Describe your observations with screenshots. How is this output different than the output in Task 3.1? Refer to the 'Handy Info->Printing out debugging information' section below to generate screenshot evidence.
  • Task 3.3: (Extra credit) Prepare Statement. A more general solution to separating data from SQL logic is to tell the database exactly which part is the data part and which part is the logic part. MySQL provides the prepare statement mechanism for this purpose.
    $db = new mysqli("localhost", "user", "pass", "db");
    $stmt = $db->prepare("SELECT ID, name, locale, lastlogin FROM users WHERE name=? AND age=?");
    $stmt->bind_param("si", $user, $age);
    //The following two functions are only useful for SELECT statements
    $stmt->bind_result($bind_ID, $bind_name, $bind_locale, $bind_lastlogin);

    Parameters for the new mysqli() function can be found in /config/standard/config.php . Using the prepare statement mechanism, we divide the process of sending a SQL statement to the database into two steps. The first step is to send the code, i.e., the SQL statement without the data that need to be plugged in later. This is the prepare step. After this step, we then send the data to the database using bind_param(). The database will treat everything sent in this step only as data, not as code anymore. If it's a SELECT statement, we need to bind variables to a prepared statement for result storage, and then fetch the results into the bound variables.
    Please use the prepare statement mechanism to fix the SQL injection vulnerability in the Collabtive code. In the bind_param function, the first argument "si" means that the first parameter ($user) has a string type, and the second parameter ($age) has an integer type.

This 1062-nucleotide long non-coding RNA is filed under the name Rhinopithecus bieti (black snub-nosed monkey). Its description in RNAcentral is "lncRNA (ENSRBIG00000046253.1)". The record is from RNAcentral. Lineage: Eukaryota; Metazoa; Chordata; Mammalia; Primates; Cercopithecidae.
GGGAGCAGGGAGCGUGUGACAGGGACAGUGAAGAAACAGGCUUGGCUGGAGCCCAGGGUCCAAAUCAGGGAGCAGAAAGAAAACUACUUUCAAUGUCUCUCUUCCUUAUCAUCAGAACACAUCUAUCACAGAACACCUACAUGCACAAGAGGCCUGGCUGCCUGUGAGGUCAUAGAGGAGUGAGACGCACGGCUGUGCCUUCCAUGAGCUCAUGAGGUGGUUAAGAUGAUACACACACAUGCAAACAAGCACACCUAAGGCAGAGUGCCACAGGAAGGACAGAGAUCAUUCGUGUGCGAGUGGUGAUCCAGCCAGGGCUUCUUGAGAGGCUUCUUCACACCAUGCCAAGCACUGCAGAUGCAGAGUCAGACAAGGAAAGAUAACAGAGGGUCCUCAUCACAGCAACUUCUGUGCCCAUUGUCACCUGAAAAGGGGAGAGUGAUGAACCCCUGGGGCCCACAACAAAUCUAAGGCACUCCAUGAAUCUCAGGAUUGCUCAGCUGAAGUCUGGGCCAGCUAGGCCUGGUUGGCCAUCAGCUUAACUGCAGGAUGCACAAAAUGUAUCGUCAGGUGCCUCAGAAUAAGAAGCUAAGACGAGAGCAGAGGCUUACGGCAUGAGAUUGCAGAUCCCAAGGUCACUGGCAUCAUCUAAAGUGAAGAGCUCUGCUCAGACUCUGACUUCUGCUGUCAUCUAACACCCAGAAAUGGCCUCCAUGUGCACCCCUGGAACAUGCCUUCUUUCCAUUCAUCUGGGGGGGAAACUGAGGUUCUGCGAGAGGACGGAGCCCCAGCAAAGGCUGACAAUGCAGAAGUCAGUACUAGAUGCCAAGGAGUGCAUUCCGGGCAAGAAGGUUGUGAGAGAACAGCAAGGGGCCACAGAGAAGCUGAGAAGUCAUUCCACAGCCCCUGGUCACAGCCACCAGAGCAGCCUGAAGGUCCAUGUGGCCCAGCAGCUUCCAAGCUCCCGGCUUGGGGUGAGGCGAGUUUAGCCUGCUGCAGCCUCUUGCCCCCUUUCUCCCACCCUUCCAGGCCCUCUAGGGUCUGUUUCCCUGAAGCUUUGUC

Describe your observations with screenshots.

Handy Info

Print out debugging information.
When we debug traditional programs (e.g. C programs) without using any debugging tool, we often use printf() to print out some debugging information. In web applications, whatever is printed out by the server-side program is actually displayed in the web page sent to the users; the debugging printout may mess up with the web page. There are several ways to solve this problem. A simple way is to print out all the information to a file. For example, the following code snippet can be used by the server-side PHP program to print out the value of a variable to a file.

$Data = "Enter SQL query here";
$myFile = "/tmp/mylog.txt";
$fh = fopen($myFile, 'a+') or die("can't open file");
fwrite($fh, $Data."\n");


  1. You and your teammate need to submit a file lastname1_lastname2_Lab11.docx describing what you have done and what you have observed. Please provide details using screen shots. You also need to provide explanation to the observations that are interesting or surprising. Only one report is required for each team.
    Your report will be organized as follows:
    Task 1: SQL Injection Attack on SELECT Statement
    Task 1.1: Can you log into another person's account without knowing the correct password?
    -Observations and screenshots
    Task 1.2: Can you find a way to modify the database (still using the above SQL query)?
    -Observations and screenshots
    Task 2: SQL Injection on UPDATE Statements
    -Observations and screenshots
  2. The report should be in a folder called "Lab11" (without the quotes) on both your public_html folders (you and your teammate). Your instructor will assume that your web pages are viewable at where XXXXXX is your alpha number.
  3. In your default.html page on your public_html, add a link to lastname1_lastname2_lab11.docx file under the heading "Lab11"
  4. Turn in (due before lab on Friday) One submission per team:
    1. Paper submission: turn in the following hardcopy at the beginning of class on the due date, stapled together in the following order (coversheet on top):
      1. A completed assignment coversheet. Your comments will help us improve the course.
      2. A printout of lastname1_lastname2_lab11.docx with your answers and screenshots. You can copy 2 or 4 pages per sheet to conserve paper and ink.
    2. Electronic submission: upload the lastname1_lastname2_lab11.docx file to Lab11 assignment on Blackboard.


This lab was adapted from the SQL Injection lab created by Wenliang Du at Syracuse University